Health key in knife-edge election
The Coalition is likely to win the Federal Election but it could well find itself having to form a minority government, a panel of the nation’s leading political journalists told the AMA National Conference.
The journalists, Channel Ten political editor Paul Bongiorno, Australian Financial Review political editor Laura Tingle, News.com national political editor Malcolm Farr, news.com health reporter Sue Dunlevy, and West Australian political editor Andrew Probyn, said that after going through five Prime Ministers in little more than three years, the electorate was hankering for stability.
“It doesn’t feel like a shift is on,” Ms Tingle said. “There is a lack of enthusiasm for change.”
Mr Probyn said he expected the Coalition would win by a narrow three-seat margin at the 2 July poll, but others thought there was a strong chance Prime Minister Malcolm Turnbull would fall short of an absolute majority and have to negotiate with minor parties and independent MPs to form government.
Ms Tingle said in Queensland it was unclear which way the voters who supported the Palmer United Party at the last election would go, and the absence of Campbell Newman from the political scene added to the uncertainty, while in South Australia the Nick Xenophon Team was polling very strongly.
“It makes it very difficult to tell what is going to happen,” she said.
Mr Farr said the fact it was a double dissolution election added to the uncertainty, and warned that changes to Senate voting rules would help some independent candidates with a well-established profile, like Pauline Hanson.
Labor and the Greens have campaigned hard on health – both have made a $2.4 billion commitment to end the Medicare rebate freeze, and Greens have promised an extra $4 billion for public hospitals.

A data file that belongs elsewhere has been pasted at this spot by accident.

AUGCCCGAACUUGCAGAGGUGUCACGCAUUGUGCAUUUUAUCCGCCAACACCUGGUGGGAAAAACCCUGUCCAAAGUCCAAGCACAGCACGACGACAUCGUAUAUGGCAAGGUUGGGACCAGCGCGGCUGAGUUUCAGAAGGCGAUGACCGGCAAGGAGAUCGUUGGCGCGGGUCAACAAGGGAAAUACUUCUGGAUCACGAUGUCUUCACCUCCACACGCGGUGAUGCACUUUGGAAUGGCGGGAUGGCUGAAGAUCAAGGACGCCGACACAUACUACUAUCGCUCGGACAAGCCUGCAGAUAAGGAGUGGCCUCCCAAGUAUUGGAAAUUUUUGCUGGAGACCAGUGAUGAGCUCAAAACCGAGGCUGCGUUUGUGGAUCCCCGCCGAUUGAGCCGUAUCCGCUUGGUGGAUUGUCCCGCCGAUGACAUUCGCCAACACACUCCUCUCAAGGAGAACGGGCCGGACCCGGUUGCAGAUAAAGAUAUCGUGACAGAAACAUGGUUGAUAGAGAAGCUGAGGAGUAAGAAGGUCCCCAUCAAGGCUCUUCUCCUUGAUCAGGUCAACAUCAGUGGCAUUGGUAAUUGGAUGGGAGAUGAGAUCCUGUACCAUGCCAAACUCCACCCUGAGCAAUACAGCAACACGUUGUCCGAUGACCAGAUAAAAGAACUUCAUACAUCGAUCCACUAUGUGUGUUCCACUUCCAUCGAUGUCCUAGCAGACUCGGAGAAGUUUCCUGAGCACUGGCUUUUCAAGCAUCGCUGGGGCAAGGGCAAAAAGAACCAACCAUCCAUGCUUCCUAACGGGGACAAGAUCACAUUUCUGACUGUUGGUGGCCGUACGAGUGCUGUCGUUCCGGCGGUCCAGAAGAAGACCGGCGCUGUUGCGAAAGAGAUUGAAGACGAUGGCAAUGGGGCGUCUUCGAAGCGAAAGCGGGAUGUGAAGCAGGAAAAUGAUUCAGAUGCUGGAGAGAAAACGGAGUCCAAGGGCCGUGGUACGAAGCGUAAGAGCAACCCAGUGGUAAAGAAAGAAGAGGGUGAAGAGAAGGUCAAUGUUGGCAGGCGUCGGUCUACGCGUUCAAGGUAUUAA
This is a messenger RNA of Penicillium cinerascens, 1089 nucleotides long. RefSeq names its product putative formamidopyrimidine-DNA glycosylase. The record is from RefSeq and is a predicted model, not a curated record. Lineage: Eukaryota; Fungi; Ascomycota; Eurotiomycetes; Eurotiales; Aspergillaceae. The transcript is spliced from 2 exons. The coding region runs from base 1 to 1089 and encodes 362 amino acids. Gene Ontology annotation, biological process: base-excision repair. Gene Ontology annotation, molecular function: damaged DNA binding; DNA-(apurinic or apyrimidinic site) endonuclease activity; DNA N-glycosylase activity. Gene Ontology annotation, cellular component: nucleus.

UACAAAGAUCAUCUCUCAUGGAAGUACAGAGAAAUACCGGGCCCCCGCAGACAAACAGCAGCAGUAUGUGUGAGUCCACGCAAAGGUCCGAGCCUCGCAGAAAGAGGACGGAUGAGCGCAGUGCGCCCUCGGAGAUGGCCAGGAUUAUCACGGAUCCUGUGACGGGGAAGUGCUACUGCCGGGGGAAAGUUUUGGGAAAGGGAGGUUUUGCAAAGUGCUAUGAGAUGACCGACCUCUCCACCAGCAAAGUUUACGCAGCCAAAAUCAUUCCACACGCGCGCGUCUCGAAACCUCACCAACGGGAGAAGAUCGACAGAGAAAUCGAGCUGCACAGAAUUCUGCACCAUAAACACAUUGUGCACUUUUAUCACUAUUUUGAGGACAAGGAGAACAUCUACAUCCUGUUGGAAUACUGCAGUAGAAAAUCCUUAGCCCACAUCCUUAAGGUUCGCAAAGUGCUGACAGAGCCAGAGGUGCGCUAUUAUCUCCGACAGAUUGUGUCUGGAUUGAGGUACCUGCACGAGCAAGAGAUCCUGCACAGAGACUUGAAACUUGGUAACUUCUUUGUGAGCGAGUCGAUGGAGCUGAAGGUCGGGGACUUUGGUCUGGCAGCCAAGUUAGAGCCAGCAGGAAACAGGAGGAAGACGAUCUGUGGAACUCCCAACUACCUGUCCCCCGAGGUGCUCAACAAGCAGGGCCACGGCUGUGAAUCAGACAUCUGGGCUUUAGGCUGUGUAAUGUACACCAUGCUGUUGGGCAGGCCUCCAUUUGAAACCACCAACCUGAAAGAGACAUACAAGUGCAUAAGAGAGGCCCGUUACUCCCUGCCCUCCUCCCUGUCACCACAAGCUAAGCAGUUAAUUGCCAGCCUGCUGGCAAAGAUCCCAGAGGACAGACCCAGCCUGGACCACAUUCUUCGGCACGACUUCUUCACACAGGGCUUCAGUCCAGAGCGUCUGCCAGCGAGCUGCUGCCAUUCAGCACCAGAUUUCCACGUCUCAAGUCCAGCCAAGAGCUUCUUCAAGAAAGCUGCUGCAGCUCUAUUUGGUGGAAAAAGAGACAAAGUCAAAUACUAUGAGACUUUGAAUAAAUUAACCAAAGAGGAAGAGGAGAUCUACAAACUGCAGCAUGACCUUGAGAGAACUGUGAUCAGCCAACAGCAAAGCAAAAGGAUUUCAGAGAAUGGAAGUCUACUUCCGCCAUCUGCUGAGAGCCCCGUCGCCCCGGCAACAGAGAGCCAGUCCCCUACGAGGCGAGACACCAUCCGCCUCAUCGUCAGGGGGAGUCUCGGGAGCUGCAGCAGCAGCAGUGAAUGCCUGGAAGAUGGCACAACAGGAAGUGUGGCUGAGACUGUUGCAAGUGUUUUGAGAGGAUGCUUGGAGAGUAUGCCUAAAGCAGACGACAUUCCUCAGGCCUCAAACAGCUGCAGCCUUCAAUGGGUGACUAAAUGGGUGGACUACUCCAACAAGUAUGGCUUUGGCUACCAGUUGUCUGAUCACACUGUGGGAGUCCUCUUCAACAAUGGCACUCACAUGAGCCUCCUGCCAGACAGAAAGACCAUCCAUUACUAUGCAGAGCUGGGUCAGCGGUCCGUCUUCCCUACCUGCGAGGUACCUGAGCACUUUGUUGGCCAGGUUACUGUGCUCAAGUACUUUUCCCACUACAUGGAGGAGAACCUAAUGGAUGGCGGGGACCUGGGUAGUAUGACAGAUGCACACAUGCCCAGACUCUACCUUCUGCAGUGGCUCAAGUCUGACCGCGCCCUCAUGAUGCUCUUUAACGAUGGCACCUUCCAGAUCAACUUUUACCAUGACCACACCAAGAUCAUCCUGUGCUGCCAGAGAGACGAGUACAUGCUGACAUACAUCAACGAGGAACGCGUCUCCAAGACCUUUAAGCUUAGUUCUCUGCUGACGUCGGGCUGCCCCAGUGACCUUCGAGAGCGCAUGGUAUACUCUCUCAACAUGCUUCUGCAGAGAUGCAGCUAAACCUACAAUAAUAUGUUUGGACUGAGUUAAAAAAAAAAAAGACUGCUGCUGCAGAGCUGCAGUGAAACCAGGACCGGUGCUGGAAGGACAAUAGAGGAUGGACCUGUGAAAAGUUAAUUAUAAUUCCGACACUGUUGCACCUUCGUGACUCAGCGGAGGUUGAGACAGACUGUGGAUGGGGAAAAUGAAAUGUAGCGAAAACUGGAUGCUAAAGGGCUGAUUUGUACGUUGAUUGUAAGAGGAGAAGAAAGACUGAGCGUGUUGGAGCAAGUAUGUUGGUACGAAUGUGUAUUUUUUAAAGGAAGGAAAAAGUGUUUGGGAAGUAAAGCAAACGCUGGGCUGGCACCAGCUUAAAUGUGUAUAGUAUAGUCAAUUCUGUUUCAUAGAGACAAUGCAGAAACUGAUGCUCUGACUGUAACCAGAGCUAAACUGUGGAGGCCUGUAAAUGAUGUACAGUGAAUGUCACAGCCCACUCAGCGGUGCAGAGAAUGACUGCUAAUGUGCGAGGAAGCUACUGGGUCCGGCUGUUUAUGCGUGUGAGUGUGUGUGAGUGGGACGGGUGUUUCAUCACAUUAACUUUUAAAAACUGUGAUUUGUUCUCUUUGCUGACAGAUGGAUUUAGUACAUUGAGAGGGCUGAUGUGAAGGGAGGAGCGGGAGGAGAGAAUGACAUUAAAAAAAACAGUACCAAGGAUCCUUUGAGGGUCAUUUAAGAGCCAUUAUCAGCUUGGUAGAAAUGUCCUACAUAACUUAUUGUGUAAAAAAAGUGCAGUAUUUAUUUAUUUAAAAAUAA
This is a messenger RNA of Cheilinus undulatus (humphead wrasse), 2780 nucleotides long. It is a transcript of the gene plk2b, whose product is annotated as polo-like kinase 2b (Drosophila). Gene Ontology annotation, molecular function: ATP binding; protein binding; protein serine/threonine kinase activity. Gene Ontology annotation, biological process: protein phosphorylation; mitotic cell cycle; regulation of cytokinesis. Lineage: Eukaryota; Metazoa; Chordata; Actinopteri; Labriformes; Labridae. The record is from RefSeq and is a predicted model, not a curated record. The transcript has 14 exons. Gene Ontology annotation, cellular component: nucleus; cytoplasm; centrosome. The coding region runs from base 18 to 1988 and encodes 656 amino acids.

The AMA and other medical groups are pushing hard for the Coalition to match the other parties and ditch the rebate freeze.
But Mr Probyn said the Government was “utterly intent on locking in savings”.
Ms Dunlevy warned the Government was unlikely to announce any big health reforms ahead of the election, and the best that health groups could hope for was to stem the flow of cuts.
She said the campaign being waged against the rebate freeze by the AMA, the Royal Australian College of General Practitioners and others was unlikely to bite politically while bulk billing rates remained at or near record levels.
“Bulk billing is at its highest level ever, which is why the freeze is not becoming a big election issue,” she said. “So far you have got threats to ending bulk billing, but voters are not seeing it yet.”
In recent years the AMA has been successful in lobbying against several government measures, including twice forcing the Abbott Government to ditch plans for a patient co-payment.
The panel said the AMA’s effectiveness stemmed from the way it had positioned itself as a forceful advocate for the interests of patients.
“People are now saying that doctors are not only on their own side, but also on the side of patients,” Mr Bongiorno said. “The way doctors have stood up to politicians, particularly on asylum seekers, has won them a lot of respect.”
Ms Dunlevy said the lesson was that “it is not about your profession, it is about the patient”.
“If what you are asking for is going to benefit patients, you are on the right track,” she said.